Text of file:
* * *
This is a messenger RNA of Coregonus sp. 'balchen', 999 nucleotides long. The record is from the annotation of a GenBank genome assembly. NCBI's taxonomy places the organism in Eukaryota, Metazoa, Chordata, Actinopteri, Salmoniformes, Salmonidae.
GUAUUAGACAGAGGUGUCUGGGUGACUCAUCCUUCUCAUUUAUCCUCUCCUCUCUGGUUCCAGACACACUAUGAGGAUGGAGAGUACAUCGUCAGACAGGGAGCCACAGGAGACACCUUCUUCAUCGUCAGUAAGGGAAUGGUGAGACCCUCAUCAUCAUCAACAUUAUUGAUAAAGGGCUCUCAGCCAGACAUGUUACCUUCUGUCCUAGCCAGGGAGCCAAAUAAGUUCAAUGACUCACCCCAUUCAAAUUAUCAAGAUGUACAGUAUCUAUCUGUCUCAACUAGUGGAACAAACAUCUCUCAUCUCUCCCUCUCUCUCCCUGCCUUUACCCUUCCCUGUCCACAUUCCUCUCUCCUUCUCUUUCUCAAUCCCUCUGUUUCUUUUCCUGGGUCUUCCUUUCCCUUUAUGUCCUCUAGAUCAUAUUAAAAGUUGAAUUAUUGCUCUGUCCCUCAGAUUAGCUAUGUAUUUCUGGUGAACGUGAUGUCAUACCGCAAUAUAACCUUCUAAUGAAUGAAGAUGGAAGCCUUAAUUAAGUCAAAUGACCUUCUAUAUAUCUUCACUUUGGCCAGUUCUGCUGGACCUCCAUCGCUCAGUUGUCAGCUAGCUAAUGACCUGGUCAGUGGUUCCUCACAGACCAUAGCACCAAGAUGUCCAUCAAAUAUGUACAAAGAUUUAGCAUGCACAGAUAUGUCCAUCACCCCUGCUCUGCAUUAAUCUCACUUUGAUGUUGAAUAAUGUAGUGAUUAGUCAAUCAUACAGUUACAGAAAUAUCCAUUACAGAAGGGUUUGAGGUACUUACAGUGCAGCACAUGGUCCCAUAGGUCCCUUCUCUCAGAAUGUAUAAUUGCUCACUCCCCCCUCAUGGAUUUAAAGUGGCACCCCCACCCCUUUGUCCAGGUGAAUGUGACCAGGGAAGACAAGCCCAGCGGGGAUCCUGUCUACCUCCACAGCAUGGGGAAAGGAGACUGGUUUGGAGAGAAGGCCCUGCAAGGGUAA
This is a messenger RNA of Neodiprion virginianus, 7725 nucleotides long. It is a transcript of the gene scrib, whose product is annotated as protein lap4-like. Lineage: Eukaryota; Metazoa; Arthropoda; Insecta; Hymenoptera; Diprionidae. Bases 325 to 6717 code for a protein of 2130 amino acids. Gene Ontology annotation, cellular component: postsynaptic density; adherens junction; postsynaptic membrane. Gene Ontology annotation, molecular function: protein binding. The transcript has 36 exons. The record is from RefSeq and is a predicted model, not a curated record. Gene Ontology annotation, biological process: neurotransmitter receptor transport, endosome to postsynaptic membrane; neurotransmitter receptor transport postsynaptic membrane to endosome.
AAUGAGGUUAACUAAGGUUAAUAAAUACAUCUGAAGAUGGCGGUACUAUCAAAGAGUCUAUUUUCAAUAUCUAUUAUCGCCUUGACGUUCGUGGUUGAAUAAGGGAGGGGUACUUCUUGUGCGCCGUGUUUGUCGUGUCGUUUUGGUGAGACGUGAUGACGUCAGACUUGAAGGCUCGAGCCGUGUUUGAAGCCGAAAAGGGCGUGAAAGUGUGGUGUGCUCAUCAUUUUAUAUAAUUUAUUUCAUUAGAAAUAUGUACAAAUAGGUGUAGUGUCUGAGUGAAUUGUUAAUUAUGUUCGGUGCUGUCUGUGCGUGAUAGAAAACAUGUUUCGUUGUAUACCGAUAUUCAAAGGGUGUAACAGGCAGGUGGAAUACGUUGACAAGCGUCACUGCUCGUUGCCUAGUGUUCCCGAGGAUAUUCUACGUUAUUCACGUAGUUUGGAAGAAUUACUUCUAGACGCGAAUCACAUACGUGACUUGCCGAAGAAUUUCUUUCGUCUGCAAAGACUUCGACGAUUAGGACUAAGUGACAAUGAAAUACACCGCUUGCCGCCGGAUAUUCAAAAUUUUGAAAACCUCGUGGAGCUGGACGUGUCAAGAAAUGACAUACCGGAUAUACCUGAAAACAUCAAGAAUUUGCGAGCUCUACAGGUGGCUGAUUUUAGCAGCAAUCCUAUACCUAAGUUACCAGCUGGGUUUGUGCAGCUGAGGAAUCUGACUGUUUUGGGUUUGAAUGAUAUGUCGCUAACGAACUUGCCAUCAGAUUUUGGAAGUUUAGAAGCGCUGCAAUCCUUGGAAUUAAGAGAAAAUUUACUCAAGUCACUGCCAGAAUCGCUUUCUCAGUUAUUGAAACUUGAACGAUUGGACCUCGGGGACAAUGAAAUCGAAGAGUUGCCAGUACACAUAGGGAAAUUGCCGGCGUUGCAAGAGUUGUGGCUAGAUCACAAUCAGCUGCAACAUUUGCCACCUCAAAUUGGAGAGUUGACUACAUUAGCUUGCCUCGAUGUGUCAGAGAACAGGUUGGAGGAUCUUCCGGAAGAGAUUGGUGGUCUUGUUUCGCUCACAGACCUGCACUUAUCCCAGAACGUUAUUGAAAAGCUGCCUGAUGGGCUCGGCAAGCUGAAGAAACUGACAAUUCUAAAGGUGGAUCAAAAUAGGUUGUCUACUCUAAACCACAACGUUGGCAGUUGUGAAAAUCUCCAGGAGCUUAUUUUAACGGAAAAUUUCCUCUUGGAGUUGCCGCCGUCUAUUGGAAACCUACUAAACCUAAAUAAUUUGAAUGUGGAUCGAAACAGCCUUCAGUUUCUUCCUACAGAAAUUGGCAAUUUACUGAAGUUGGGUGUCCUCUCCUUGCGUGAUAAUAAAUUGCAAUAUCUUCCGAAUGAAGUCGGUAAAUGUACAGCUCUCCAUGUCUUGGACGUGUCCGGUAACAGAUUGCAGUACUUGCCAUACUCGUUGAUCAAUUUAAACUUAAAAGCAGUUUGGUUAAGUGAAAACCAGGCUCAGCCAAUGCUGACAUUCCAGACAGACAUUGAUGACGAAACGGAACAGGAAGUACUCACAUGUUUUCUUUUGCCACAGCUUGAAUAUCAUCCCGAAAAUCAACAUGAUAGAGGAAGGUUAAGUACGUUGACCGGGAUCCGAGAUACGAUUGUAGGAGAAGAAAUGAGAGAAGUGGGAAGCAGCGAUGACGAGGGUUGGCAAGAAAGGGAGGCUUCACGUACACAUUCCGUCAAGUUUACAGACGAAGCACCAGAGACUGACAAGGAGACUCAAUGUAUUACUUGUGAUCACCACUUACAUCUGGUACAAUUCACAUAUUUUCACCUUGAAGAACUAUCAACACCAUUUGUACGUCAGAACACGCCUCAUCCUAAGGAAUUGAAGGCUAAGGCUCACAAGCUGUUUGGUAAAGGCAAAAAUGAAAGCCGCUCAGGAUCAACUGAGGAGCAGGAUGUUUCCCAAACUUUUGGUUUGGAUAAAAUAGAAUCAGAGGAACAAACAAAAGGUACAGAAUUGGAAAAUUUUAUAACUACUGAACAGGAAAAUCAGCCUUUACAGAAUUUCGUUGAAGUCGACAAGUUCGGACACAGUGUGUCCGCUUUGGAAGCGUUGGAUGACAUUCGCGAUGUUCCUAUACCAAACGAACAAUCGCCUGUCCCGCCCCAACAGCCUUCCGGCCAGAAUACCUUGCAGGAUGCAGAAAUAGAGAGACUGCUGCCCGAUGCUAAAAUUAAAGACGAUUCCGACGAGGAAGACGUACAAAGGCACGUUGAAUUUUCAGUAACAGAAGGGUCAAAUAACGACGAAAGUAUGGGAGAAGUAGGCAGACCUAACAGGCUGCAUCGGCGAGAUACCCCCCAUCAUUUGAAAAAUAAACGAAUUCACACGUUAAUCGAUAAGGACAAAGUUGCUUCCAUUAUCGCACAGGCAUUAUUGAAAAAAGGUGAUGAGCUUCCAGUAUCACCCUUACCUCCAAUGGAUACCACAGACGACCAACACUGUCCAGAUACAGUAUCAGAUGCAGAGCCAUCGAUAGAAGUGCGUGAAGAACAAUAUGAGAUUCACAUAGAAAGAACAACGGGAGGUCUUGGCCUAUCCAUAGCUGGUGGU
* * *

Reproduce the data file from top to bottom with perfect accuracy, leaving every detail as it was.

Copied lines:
This is a messenger RNA of Coregonus sp. 'balchen', 999 nucleotides long. The record is from the annotation of a GenBank genome assembly. NCBI's taxonomy places the organism in Eukaryota, Metazoa, Chordata, Actinopteri, Salmoniformes, Salmonidae.
GUAUUAGACAGAGGUGUCUGGGUGACUCAUCCUUCUCAUUUAUCCUCUCCUCUCUGGUUCCAGACACACUAUGAGGAUGGAGAGUACAUCGUCAGACAGGGAGCCACAGGAGACACCUUCUUCAUCGUCAGUAAGGGAAUGGUGAGACCCUCAUCAUCAUCAACAUUAUUGAUAAAGGGCUCUCAGCCAGACAUGUUACCUUCUGUCCUAGCCAGGGAGCCAAAUAAGUUCAAUGACUCACCCCAUUCAAAUUAUCAAGAUGUACAGUAUCUAUCUGUCUCAACUAGUGGAACAAACAUCUCUCAUCUCUCCCUCUCUCUCCCUGCCUUUACCCUUCCCUGUCCACAUUCCUCUCUCCUUCUCUUUCUCAAUCCCUCUGUUUCUUUUCCUGGGUCUUCCUUUCCCUUUAUGUCCUCUAGAUCAUAUUAAAAGUUGAAUUAUUGCUCUGUCCCUCAGAUUAGCUAUGUAUUUCUGGUGAACGUGAUGUCAUACCGCAAUAUAACCUUCUAAUGAAUGAAGAUGGAAGCCUUAAUUAAGUCAAAUGACCUUCUAUAUAUCUUCACUUUGGCCAGUUCUGCUGGACCUCCAUCGCUCAGUUGUCAGCUAGCUAAUGACCUGGUCAGUGGUUCCUCACAGACCAUAGCACCAAGAUGUCCAUCAAAUAUGUACAAAGAUUUAGCAUGCACAGAUAUGUCCAUCACCCCUGCUCUGCAUUAAUCUCACUUUGAUGUUGAAUAAUGUAGUGAUUAGUCAAUCAUACAGUUACAGAAAUAUCCAUUACAGAAGGGUUUGAGGUACUUACAGUGCAGCACAUGGUCCCAUAGGUCCCUUCUCUCAGAAUGUAUAAUUGCUCACUCCCCCCUCAUGGAUUUAAAGUGGCACCCCCACCCCUUUGUCCAGGUGAAUGUGACCAGGGAAGACAAGCCCAGCGGGGAUCCUGUCUACCUCCACAGCAUGGGGAAAGGAGACUGGUUUGGAGAGAAGGCCCUGCAAGGGUAA
This is a messenger RNA of Neodiprion virginianus, 7725 nucleotides long. It is a transcript of the gene scrib, whose product is annotated as protein lap4-like. Lineage: Eukaryota; Metazoa; Arthropoda; Insecta; Hymenoptera; Diprionidae. Bases 325 to 6717 code for a protein of 2130 amino acids. Gene Ontology annotation, cellular component: postsynaptic density; adherens junction; postsynaptic membrane. Gene Ontology annotation, molecular function: protein binding. The transcript has 36 exons. The record is from RefSeq and is a predicted model, not a curated record. Gene Ontology annotation, biological process: neurotransmitter receptor transport, endosome to postsynaptic membrane; neurotransmitter receptor transport postsynaptic membrane to endosome.
AAUGAGGUUAACUAAGGUUAAUAAAUACAUCUGAAGAUGGCGGUACUAUCAAAGAGUCUAUUUUCAAUAUCUAUUAUCGCCUUGACGUUCGUGGUUGAAUAAGGGAGGGGUACUUCUUGUGCGCCGUGUUUGUCGUGUCGUUUUGGUGAGACGUGAUGACGUCAGACUUGAAGGCUCGAGCCGUGUUUGAAGCCGAAAAGGGCGUGAAAGUGUGGUGUGCUCAUCAUUUUAUAUAAUUUAUUUCAUUAGAAAUAUGUACAAAUAGGUGUAGUGUCUGAGUGAAUUGUUAAUUAUGUUCGGUGCUGUCUGUGCGUGAUAGAAAACAUGUUUCGUUGUAUACCGAUAUUCAAAGGGUGUAACAGGCAGGUGGAAUACGUUGACAAGCGUCACUGCUCGUUGCCUAGUGUUCCCGAGGAUAUUCUACGUUAUUCACGUAGUUUGGAAGAAUUACUUCUAGACGCGAAUCACAUACGUGACUUGCCGAAGAAUUUCUUUCGUCUGCAAAGACUUCGACGAUUAGGACUAAGUGACAAUGAAAUACACCGCUUGCCGCCGGAUAUUCAAAAUUUUGAAAACCUCGUGGAGCUGGACGUGUCAAGAAAUGACAUACCGGAUAUACCUGAAAACAUCAAGAAUUUGCGAGCUCUACAGGUGGCUGAUUUUAGCAGCAAUCCUAUACCUAAGUUACCAGCUGGGUUUGUGCAGCUGAGGAAUCUGACUGUUUUGGGUUUGAAUGAUAUGUCGCUAACGAACUUGCCAUCAGAUUUUGGAAGUUUAGAAGCGCUGCAAUCCUUGGAAUUAAGAGAAAAUUUACUCAAGUCACUGCCAGAAUCGCUUUCUCAGUUAUUGAAACUUGAACGAUUGGACCUCGGGGACAAUGAAAUCGAAGAGUUGCCAGUACACAUAGGGAAAUUGCCGGCGUUGCAAGAGUUGUGGCUAGAUCACAAUCAGCUGCAACAUUUGCCACCUCAAAUUGGAGAGUUGACUACAUUAGCUUGCCUCGAUGUGUCAGAGAACAGGUUGGAGGAUCUUCCGGAAGAGAUUGGUGGUCUUGUUUCGCUCACAGACCUGCACUUAUCCCAGAACGUUAUUGAAAAGCUGCCUGAUGGGCUCGGCAAGCUGAAGAAACUGACAAUUCUAAAGGUGGAUCAAAAUAGGUUGUCUACUCUAAACCACAACGUUGGCAGUUGUGAAAAUCUCCAGGAGCUUAUUUUAACGGAAAAUUUCCUCUUGGAGUUGCCGCCGUCUAUUGGAAACCUACUAAACCUAAAUAAUUUGAAUGUGGAUCGAAACAGCCUUCAGUUUCUUCCUACAGAAAUUGGCAAUUUACUGAAGUUGGGUGUCCUCUCCUUGCGUGAUAAUAAAUUGCAAUAUCUUCCGAAUGAAGUCGGUAAAUGUACAGCUCUCCAUGUCUUGGACGUGUCCGGUAACAGAUUGCAGUACUUGCCAUACUCGUUGAUCAAUUUAAACUUAAAAGCAGUUUGGUUAAGUGAAAACCAGGCUCAGCCAAUGCUGACAUUCCAGACAGACAUUGAUGACGAAACGGAACAGGAAGUACUCACAUGUUUUCUUUUGCCACAGCUUGAAUAUCAUCCCGAAAAUCAACAUGAUAGAGGAAGGUUAAGUACGUUGACCGGGAUCCGAGAUACGAUUGUAGGAGAAGAAAUGAGAGAAGUGGGAAGCAGCGAUGACGAGGGUUGGCAAGAAAGGGAGGCUUCACGUACACAUUCCGUCAAGUUUACAGACGAAGCACCAGAGACUGACAAGGAGACUCAAUGUAUUACUUGUGAUCACCACUUACAUCUGGUACAAUUCACAUAUUUUCACCUUGAAGAACUAUCAACACCAUUUGUACGUCAGAACACGCCUCAUCCUAAGGAAUUGAAGGCUAAGGCUCACAAGCUGUUUGGUAAAGGCAAAAAUGAAAGCCGCUCAGGAUCAACUGAGGAGCAGGAUGUUUCCCAAACUUUUGGUUUGGAUAAAAUAGAAUCAGAGGAACAAACAAAAGGUACAGAAUUGGAAAAUUUUAUAACUACUGAACAGGAAAAUCAGCCUUUACAGAAUUUCGUUGAAGUCGACAAGUUCGGACACAGUGUGUCCGCUUUGGAAGCGUUGGAUGACAUUCGCGAUGUUCCUAUACCAAACGAACAAUCGCCUGUCCCGCCCCAACAGCCUUCCGGCCAGAAUACCUUGCAGGAUGCAGAAAUAGAGAGACUGCUGCCCGAUGCUAAAAUUAAAGACGAUUCCGACGAGGAAGACGUACAAAGGCACGUUGAAUUUUCAGUAACAGAAGGGUCAAAUAACGACGAAAGUAUGGGAGAAGUAGGCAGACCUAACAGGCUGCAUCGGCGAGAUACCCCCCAUCAUUUGAAAAAUAAACGAAUUCACACGUUAAUCGAUAAGGACAAAGUUGCUUCCAUUAUCGCACAGGCAUUAUUGAAAAAAGGUGAUGAGCUUCCAGUAUCACCCUUACCUCCAAUGGAUACCACAGACGACCAACACUGUCCAGAUACAGUAUCAGAUGCAGAGCCAUCGAUAGAAGUGCGUGAAGAACAAUAUGAGAUUCACAUAGAAAGAACAACGGGAGGUCUUGGCCUAUCCAUAGCUGGUGGU